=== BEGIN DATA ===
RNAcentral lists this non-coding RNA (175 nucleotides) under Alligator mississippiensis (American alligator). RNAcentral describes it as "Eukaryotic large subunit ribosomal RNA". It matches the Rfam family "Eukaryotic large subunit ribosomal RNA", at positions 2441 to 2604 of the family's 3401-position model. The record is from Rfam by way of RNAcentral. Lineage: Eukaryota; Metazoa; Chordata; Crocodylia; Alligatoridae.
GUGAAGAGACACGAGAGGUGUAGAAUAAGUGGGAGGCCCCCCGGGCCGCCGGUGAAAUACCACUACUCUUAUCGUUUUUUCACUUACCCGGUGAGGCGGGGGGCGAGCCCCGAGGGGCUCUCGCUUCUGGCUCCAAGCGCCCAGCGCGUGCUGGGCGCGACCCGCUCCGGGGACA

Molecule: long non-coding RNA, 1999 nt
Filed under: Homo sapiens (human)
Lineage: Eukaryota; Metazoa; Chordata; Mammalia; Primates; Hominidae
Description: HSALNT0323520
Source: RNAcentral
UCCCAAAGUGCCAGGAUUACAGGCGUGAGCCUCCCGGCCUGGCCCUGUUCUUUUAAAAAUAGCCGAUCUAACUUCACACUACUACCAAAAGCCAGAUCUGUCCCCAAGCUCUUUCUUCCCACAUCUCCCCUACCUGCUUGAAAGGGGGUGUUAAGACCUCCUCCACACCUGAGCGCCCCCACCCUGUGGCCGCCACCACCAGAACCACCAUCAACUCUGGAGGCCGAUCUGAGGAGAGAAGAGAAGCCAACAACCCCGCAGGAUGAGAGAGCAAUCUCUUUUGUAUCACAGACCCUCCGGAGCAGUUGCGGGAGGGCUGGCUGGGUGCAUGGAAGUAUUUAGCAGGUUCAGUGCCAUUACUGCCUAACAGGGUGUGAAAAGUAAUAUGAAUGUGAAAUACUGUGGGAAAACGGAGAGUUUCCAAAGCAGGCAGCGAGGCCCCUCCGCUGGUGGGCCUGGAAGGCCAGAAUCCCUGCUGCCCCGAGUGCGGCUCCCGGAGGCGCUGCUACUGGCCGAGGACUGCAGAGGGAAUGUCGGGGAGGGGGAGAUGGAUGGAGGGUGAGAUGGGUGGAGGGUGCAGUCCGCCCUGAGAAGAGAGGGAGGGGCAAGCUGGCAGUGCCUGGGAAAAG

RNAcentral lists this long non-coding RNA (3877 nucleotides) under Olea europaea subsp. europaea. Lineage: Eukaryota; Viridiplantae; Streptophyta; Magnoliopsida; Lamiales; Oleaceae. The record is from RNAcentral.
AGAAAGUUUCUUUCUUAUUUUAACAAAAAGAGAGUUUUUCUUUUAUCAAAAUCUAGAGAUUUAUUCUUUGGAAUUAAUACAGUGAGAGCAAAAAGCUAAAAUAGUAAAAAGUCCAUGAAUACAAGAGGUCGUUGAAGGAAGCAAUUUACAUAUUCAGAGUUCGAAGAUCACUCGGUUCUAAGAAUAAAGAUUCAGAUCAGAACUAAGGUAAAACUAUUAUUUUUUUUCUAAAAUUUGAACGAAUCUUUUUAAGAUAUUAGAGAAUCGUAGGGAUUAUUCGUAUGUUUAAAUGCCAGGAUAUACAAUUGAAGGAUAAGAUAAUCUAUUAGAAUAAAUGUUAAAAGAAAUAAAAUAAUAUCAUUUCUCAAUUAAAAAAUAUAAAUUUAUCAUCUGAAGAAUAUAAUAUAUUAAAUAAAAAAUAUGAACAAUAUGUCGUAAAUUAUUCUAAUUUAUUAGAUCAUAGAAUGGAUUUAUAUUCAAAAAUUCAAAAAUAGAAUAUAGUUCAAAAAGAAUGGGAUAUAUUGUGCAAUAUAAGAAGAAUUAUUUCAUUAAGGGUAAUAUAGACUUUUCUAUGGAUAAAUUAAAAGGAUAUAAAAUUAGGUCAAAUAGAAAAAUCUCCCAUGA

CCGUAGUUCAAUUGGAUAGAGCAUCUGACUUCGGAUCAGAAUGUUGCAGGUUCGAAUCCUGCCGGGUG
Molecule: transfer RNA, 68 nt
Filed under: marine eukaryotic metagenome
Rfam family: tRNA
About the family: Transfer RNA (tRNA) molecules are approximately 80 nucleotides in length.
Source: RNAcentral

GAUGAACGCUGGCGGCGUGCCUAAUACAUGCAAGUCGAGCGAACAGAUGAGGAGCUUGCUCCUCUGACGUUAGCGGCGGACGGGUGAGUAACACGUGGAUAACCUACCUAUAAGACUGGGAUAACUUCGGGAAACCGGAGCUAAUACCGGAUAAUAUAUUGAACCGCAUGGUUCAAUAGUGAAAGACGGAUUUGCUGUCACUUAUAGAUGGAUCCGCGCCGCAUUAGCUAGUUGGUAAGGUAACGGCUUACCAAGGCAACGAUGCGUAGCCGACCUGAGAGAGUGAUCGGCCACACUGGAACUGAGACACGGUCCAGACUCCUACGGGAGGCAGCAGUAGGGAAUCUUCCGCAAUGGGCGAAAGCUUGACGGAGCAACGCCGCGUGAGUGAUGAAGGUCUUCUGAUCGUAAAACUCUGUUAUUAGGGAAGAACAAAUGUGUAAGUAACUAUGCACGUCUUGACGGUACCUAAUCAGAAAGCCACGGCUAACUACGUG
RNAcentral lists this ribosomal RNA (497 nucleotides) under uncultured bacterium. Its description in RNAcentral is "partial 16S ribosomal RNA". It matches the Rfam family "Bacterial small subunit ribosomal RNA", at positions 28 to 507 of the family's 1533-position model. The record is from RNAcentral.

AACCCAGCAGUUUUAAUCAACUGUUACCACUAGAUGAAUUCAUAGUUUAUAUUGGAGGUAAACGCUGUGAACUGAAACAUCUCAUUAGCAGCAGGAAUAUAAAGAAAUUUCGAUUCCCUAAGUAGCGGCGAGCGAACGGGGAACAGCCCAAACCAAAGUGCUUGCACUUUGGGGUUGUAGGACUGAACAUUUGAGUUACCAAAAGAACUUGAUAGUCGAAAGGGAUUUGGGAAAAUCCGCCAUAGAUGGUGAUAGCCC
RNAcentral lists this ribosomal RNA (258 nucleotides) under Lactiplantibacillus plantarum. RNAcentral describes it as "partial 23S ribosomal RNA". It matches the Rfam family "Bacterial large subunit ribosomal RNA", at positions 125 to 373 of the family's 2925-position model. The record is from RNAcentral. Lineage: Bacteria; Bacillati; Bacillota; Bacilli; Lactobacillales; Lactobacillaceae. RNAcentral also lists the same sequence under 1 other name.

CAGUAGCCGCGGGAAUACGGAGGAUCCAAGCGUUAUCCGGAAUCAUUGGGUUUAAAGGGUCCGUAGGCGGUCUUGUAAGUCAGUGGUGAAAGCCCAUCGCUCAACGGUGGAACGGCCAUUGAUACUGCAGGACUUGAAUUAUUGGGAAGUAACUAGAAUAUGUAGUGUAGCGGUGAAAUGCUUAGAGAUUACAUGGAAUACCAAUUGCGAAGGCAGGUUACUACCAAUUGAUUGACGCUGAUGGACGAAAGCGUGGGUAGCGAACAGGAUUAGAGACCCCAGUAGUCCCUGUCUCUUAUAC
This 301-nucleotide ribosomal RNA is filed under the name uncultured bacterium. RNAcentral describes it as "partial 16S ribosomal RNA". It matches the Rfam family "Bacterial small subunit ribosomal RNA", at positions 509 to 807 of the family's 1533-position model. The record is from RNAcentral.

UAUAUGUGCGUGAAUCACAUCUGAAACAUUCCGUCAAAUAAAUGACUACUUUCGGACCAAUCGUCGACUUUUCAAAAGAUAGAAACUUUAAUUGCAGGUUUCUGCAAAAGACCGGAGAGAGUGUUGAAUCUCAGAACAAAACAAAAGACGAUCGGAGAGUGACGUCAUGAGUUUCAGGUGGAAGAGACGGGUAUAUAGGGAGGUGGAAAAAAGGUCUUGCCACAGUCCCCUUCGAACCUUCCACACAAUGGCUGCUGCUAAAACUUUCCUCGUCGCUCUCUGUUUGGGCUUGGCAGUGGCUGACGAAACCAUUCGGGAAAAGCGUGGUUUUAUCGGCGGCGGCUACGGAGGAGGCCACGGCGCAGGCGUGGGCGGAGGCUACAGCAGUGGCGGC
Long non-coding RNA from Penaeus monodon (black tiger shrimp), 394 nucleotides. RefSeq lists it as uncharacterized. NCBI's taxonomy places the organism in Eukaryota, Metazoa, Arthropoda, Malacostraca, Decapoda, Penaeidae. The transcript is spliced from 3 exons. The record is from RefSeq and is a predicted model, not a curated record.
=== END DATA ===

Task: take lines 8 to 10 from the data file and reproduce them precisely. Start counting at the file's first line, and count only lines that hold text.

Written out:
UCCCAAAGUGCCAGGAUUACAGGCGUGAGCCUCCCGGCCUGGCCCUGUUCUUUUAAAAAUAGCCGAUCUAACUUCACACUACUACCAAAAGCCAGAUCUGUCCCCAAGCUCUUUCUUCCCACAUCUCCCCUACCUGCUUGAAAGGGGGUGUUAAGACCUCCUCCACACCUGAGCGCCCCCACCCUGUGGCCGCCACCACCAGAACCACCAUCAACUCUGGAGGCCGAUCUGAGGAGAGAAGAGAAGCCAACAACCCCGCAGGAUGAGAGAGCAAUCUCUUUUGUAUCACAGACCCUCCGGAGCAGUUGCGGGAGGGCUGGCUGGGUGCAUGGAAGUAUUUAGCAGGUUCAGUGCCAUUACUGCCUAACAGGGUGUGAAAAGUAAUAUGAAUGUGAAAUACUGUGGGAAAACGGAGAGUUUCCAAAGCAGGCAGCGAGGCCCCUCCGCUGGUGGGCCUGGAAGGCCAGAAUCCCUGCUGCCCCGAGUGCGGCUCCCGGAGGCGCUGCUACUGGCCGAGGACUGCAGAGGGAAUGUCGGGGAGGGGGAGAUGGAUGGAGGGUGAGAUGGGUGGAGGGUGCAGUCCGCCCUGAGAAGAGAGGGAGGGGCAAGCUGGCAGUGCCUGGGAAAAG

RNAcentral lists this long non-coding RNA (3877 nucleotides) under Olea europaea subsp. europaea. Lineage: Eukaryota; Viridiplantae; Streptophyta; Magnoliopsida; Lamiales; Oleaceae. The record is from RNAcentral.
AGAAAGUUUCUUUCUUAUUUUAACAAAAAGAGAGUUUUUCUUUUAUCAAAAUCUAGAGAUUUAUUCUUUGGAAUUAAUACAGUGAGAGCAAAAAGCUAAAAUAGUAAAAAGUCCAUGAAUACAAGAGGUCGUUGAAGGAAGCAAUUUACAUAUUCAGAGUUCGAAGAUCACUCGGUUCUAAGAAUAAAGAUUCAGAUCAGAACUAAGGUAAAACUAUUAUUUUUUUUCUAAAAUUUGAACGAAUCUUUUUAAGAUAUUAGAGAAUCGUAGGGAUUAUUCGUAUGUUUAAAUGCCAGGAUAUACAAUUGAAGGAUAAGAUAAUCUAUUAGAAUAAAUGUUAAAAGAAAUAAAAUAAUAUCAUUUCUCAAUUAAAAAAUAUAAAUUUAUCAUCUGAAGAAUAUAAUAUAUUAAAUAAAAAAUAUGAACAAUAUGUCGUAAAUUAUUCUAAUUUAUUAGAUCAUAGAAUGGAUUUAUAUUCAAAAAUUCAAAAAUAGAAUAUAGUUCAAAAAGAAUGGGAUAUAUUGUGCAAUAUAAGAAGAAUUAUUUCAUUAAGGGUAAUAUAGACUUUUCUAUGGAUAAAUUAAAAGGAUAUAAAAUUAGGUCAAAUAGAAAAAUCUCCCAUGA